Since the 1990s, the Ecological Footprint movement has gained momentum. This idea emerged to measure our human demand for the earth’s resources. The size of our ecological footprint depends on how fast we consume resources and generate waste in comparison to how quickly the earth can absorb our waste and generate new resources. We live in an age where resource consumption is on the rise, and by resources, we mean anything from utilities (energy and water) to consumables (food, fibre, timber, paper, cleaners, etc.). By understanding our ecological footprint and establishing a baseline, we can move forward to reduce our consumption and environmental impact.
For businesses in particular, understanding their resource consumption baseline can give insight on how to improve business sustainability practices.
By having a baseline, green business owners can:
- Track consumption trends and patterns
- Identify inefficiencies within the business
- Catch billing errors
- Create more accurate budgets
- Generate sustainability initiatives and reports
- Save money from reduced resource consumption
- Improve operational inefficiencies
- Boost their reputation as leaders in business sustainability
Why don’t more businesses take advantage of this?
Many businesses face stumbling blocks as to why they don’t track their information more efficiently. Here are some excuses managers use with some helpful tips on how to move forward.
EXCUSE #1: “We’re growing so the numbers don’t apply year to year”
Even though your business is growing each year, establishing a resource consumption baseline can give your business more potential to grow sustainably. Having an initial baseline can give a more accurate picture of your business’s environmental impact in terms of utilities and consumables. This information allows you to gauge consumption patterns and find ways to improve business sustainability practices.
The SME Sustainability Roadmap outlines steps to begin measuring your business’s baseline:
- Gather bills to see the unit measurement of each resource consumption area
- Conduct an audit for a more detailed analysis of resource consumption within your business (Eg. energy/GHG audit or a dumpster dive)
- Survey staff to see their views on the company’s resource consumption and gauge the involvement you can get from employees
But some businesses have trouble getting started and say…
EXCUSE #2: “We can’t track water because we don’t have a meter”
Even if your business doesn’t have a meter for water usage, there are a number of other ways to track water consumption. For example, tracking the amount of water treatment used (filtration cartridges or purifying salts) can help you quantify how much water your business consumes. The Alliance for Water Efficiency developed a Water Conservation Tracking Tool which evaluates water utility use and helps implement conservation activities.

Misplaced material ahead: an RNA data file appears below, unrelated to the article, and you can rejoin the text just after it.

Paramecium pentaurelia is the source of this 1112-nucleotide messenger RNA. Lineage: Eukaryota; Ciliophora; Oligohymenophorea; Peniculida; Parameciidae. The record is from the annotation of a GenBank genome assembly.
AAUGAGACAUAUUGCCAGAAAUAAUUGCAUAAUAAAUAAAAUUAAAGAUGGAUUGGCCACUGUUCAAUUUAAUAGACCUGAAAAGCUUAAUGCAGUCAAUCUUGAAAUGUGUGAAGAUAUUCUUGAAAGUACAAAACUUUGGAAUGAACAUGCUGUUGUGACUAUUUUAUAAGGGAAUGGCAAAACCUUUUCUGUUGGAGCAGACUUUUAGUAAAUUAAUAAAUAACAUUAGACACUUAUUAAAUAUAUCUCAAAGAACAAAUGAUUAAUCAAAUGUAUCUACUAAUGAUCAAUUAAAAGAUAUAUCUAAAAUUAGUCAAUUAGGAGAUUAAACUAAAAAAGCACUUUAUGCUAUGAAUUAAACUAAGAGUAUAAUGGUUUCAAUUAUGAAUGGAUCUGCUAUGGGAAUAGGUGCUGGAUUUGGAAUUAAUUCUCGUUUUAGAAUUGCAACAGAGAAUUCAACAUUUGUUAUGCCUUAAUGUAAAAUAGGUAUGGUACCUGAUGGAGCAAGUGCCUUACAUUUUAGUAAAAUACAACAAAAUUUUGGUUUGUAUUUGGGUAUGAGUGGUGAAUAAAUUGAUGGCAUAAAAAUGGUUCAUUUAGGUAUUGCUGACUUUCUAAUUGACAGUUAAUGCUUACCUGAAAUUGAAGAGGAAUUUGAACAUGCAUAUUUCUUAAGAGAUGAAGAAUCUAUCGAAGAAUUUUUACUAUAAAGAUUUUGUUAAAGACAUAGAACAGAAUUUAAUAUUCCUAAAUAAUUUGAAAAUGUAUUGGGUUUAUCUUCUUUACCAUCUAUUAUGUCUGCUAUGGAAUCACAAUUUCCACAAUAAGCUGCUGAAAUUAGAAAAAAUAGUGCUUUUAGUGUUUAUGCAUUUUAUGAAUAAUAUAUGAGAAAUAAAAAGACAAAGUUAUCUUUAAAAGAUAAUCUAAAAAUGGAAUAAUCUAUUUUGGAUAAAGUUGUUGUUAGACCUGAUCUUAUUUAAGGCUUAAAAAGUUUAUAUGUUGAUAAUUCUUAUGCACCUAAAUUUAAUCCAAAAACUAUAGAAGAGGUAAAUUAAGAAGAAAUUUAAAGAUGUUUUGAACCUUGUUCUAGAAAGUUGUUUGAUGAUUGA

Some businesses might feel stuck on how to quantify their resource consumption, but there are various metrics which can be used. For an extensive list of other measurements to track usage and consumption check out the Sustainability Skills guide About Metrics.
And last but not the least…
EXCUSE #3: “It’s too time consuming to track all this information”
It can seem overwhelming to track all of your business’s utilities and consumables, but once you have the right tracking tools and programs set in place, the rest is a breeze. Tracking tools such as ecobase calculates your carbon footprint while tracking your baseline year after year. The US Environmental Protection Agency also has tools and resources for tracking and reducing waste consumption. Information and communication technologies make tools and programs accessible to business owners without much hassle at all.
It is also important to get employees involved in the business sustainability effort. This allows the time and effort to be distributed among others in the company. It’s best to implement a tracking program that’s easy to follow and can be repeated with ease. This way, newcomers can get involved quickly without much confusion or extensive training.
We live in an age where environmental issues come to the forefront of how we carry out business. The earth’s resources are not an endless vat from which we can take without consequence. Our generation needs to address consumption patterns to offset scarcity and the depletion of resources. By understanding how much we consume on a daily, monthly or even yearly basis, we can identify where and how to improve our practices. Establishing a baseline is a great kick-off point to understand your green business’s ecological footprint and how to move forward to make your business more sustainable. Tracking resource consumption not only improves efficiencies and saves your business money, but also lessens your ecological footprint and environmental impact. With better metrics and tracking programs, your company can be well on its way to greener pastures.
Written by Roleen Sevillena
Roleen is a recent Environmental Studies graduate from University of Victoria. She is working in the tourism industry on Vancouver Island’s west coast and enjoys writing, exploring nature and spending time with friends.